|New Zealand’s BJ Watling congratulates captain Brendon McCullum, who appears to be overwhelmed on reaching his double century, in Wellington, on Monday. The hosts were struggling at 94 for five before McCullum and Watling
joined hands and stitched a record sixth-wicket
partnership of 352 runs to rescue the side. McCullum remained unbeaten on 281 at stumps on the fourth day of the second and final Test against India. Watling was out
for 124. This was McCullum’s third double hundred
in Tests. (AFP)
Wellington: New Zealand batsman BJ Watling, whose world record sixth-wicket partnership with captain Brendon McCullum, gave the home team a crucial advantage in the second Test against India, said he feels proud of the effort as the visiting bowlers put him through a “storm”.
Watling and McCullum put together a 352-run sixth-wicket stand that gave New Zealand a commanding 325-run lead over India. Watling scored his third Test century, 124 runs, while his partner was unbeaten on 281 going into the last day of the series.
“I am definitely very proud of the way we went about things… I think Brendon batted extremely well again and to be in the position we are now after two days ago, we are pretty pleased with how things went,” Watling said on Monday.
“It was just a grind… We just took each ball at a time, each over at a time, each hour at a time. They came at us hard and we sort of weathered the storm and then got a few runs away and just kept trying to take them as deep as we could. To lose one wicket throughout this fourth day is a pretty pleasing effort,” he added.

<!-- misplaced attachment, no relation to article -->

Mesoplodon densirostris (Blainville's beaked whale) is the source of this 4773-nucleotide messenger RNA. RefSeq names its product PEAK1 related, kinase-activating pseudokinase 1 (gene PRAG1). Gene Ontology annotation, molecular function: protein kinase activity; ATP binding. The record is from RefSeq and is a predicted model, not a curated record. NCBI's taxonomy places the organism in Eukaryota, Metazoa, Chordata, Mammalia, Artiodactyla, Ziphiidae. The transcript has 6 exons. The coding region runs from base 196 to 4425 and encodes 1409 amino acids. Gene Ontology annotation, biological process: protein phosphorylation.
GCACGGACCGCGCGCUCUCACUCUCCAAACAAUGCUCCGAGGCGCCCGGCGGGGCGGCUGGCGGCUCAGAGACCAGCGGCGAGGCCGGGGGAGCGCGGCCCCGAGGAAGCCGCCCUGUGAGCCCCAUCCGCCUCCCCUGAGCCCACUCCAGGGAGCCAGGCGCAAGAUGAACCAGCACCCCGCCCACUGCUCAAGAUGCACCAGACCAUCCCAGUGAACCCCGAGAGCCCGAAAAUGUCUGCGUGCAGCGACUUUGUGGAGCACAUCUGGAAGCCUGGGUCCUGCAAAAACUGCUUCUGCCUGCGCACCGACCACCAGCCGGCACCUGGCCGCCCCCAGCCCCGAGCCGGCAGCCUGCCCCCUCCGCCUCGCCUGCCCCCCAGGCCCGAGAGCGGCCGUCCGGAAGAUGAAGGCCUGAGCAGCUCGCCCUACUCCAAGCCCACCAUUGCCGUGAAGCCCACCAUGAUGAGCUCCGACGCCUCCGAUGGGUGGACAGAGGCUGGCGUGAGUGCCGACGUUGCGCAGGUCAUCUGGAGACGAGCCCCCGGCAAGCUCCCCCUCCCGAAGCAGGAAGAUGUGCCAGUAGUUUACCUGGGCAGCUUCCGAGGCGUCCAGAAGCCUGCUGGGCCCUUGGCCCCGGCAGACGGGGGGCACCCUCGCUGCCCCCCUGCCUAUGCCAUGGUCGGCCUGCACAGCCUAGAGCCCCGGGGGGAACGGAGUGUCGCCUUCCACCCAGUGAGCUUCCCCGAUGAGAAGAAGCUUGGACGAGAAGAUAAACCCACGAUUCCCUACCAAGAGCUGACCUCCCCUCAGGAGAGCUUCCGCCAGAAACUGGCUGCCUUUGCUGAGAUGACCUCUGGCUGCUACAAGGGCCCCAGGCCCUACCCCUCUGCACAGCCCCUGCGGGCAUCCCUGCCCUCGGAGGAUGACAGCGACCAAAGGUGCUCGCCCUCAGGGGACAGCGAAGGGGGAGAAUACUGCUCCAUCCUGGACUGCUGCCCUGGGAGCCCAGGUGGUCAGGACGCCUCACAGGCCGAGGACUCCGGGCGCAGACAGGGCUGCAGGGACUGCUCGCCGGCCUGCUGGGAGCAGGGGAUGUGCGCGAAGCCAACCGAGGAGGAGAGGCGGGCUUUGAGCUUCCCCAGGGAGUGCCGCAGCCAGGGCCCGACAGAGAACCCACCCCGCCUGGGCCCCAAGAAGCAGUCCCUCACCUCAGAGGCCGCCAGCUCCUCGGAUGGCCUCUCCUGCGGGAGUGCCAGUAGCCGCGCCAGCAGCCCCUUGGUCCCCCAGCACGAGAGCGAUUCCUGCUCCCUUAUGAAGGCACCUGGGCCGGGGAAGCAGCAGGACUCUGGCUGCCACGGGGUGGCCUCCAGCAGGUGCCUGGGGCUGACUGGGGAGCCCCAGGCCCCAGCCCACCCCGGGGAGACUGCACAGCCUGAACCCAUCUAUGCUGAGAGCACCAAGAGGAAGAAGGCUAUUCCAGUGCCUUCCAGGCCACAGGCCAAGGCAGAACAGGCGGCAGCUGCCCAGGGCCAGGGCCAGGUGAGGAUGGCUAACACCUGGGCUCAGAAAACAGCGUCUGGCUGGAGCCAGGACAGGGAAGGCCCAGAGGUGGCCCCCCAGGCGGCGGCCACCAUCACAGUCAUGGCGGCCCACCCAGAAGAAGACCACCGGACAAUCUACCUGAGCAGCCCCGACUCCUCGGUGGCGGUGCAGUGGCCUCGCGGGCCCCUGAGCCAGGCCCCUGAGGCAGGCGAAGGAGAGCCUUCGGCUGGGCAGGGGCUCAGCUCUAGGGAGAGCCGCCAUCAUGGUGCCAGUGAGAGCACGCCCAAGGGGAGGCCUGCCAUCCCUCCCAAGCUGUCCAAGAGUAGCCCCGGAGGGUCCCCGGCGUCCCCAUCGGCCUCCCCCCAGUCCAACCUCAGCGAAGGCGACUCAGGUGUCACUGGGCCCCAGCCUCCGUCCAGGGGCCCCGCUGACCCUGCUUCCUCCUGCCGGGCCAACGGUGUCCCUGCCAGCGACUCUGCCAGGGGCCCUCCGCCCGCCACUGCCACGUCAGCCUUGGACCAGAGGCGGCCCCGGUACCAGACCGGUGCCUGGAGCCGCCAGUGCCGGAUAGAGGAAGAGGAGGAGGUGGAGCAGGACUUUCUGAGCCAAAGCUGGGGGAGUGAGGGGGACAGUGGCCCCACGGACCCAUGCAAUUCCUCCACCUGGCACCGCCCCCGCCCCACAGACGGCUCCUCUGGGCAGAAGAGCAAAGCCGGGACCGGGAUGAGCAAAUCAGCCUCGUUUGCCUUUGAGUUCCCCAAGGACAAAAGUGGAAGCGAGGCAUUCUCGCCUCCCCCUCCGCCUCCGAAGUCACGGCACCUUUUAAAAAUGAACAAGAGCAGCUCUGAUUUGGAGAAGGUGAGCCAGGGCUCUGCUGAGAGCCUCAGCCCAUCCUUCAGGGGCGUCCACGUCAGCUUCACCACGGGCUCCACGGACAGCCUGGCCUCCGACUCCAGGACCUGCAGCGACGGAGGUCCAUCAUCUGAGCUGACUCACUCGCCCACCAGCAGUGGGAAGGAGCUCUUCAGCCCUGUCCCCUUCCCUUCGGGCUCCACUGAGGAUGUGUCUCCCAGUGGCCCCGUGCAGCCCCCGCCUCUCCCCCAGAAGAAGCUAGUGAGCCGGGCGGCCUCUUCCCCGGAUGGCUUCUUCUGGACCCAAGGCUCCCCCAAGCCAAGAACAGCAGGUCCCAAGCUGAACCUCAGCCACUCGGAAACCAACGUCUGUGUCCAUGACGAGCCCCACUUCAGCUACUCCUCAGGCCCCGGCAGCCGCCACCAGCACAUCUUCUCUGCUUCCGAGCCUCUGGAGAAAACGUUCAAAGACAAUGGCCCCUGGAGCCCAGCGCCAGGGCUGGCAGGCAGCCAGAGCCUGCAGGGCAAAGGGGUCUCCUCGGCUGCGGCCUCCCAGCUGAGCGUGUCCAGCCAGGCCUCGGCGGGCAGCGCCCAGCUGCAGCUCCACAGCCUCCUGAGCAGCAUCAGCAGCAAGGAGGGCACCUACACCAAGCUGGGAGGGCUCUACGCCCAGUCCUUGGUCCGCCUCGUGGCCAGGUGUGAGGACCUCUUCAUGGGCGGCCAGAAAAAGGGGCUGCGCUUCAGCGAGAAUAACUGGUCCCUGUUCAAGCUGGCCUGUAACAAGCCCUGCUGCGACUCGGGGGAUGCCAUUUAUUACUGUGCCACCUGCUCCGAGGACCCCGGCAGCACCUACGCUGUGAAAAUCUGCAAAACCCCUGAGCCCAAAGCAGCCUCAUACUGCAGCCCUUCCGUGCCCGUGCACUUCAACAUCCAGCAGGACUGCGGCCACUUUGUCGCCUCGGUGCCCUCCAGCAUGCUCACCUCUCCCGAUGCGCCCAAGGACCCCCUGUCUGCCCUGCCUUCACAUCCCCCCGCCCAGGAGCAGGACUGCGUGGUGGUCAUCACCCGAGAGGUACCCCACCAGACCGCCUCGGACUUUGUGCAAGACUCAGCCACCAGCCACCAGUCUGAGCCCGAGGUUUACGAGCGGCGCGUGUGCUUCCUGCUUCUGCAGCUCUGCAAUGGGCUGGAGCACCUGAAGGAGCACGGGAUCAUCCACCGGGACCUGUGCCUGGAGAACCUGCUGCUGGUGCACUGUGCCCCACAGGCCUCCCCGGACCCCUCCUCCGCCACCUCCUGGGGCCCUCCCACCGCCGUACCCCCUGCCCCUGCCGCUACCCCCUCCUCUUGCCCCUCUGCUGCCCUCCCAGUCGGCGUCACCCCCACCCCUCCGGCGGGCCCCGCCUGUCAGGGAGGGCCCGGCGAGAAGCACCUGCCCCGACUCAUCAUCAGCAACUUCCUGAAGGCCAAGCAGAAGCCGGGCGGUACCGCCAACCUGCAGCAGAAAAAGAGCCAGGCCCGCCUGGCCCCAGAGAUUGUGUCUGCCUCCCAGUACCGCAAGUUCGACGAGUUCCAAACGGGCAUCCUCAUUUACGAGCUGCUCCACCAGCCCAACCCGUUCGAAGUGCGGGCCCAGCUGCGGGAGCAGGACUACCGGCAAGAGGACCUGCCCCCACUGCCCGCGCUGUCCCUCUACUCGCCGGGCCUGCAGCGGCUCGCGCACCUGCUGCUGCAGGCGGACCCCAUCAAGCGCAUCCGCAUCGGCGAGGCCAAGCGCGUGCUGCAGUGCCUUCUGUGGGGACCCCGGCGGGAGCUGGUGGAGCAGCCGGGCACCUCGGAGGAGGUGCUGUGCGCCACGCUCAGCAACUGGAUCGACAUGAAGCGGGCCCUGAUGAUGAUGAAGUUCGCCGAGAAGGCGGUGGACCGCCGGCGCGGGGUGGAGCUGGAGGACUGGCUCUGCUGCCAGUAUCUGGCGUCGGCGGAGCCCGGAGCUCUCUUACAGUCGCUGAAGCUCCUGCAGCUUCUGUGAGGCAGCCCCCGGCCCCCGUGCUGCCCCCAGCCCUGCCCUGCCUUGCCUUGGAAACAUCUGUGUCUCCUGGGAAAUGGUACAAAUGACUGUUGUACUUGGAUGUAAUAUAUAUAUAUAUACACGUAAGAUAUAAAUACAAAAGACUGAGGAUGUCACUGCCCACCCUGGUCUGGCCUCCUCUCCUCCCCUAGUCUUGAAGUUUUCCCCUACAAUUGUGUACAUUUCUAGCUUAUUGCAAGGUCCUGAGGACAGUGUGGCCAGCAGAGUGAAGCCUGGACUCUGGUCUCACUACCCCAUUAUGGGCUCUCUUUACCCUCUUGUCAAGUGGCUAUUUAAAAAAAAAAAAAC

Indeed, he was the only batsman dismissed on day four, but did enough damage to Indian hopes of equalling the series after their 40-run loss in Auckland. Watling came in at 94/5 and put on the record stand to defy the Indian hopes.
“At five for 90-odd, you are feeling the pressure a bit. They are bowling well and taking wickets, so it’s again just trying to get through there and try and create a partnership and try and take it deep. On Sunday, it was pretty much about batting through the day, and try to fight our way back into the game,” he said.
“The first hour was crucial… If we managed to not lose a wicket there, we felt we could kick on and try and keep going. Each session that started was just about starting again and keeping the partnership going and get as many runs and take as much time out of the game as possible.
“I guess after 150-odd overs in the field, their heads dropped and that tends to happen. We just managed to weather the storm there and come out at the other end,” Watling added.
The focus shown by the two batsmen was the highlight of their partnership. They never made any mistakes and only McCullum gave half-chances, while Watling never really did that either.
“Brendon was pretty focussed throughout the day. He has obviously got a few niggles and to have a long innings, it’s the longest innings by a New Zealander. We weren’t really thinking about records… The announcer told us a few times what was going on out there. But you are just batting, trying to bat each ball and take each ball on its merit. There’s definitely a lot to be done,” he said, praising his partner.
“But it is pleasing to get a hundred. Each time you win a Test match, that is a pretty special feeling… So yes, I think those probably rank pretty high as well,” he added.
Speaking on the pitch, Watling said: “It is still a good pitch and it is pretty flat. There isn’t too much turn out there and the bounce is pretty consistent. I think a couple deliveries might have stayed down or a couple might have jumped a little bit but nothing too extreme. We will see overnight and have a plan for the final day.”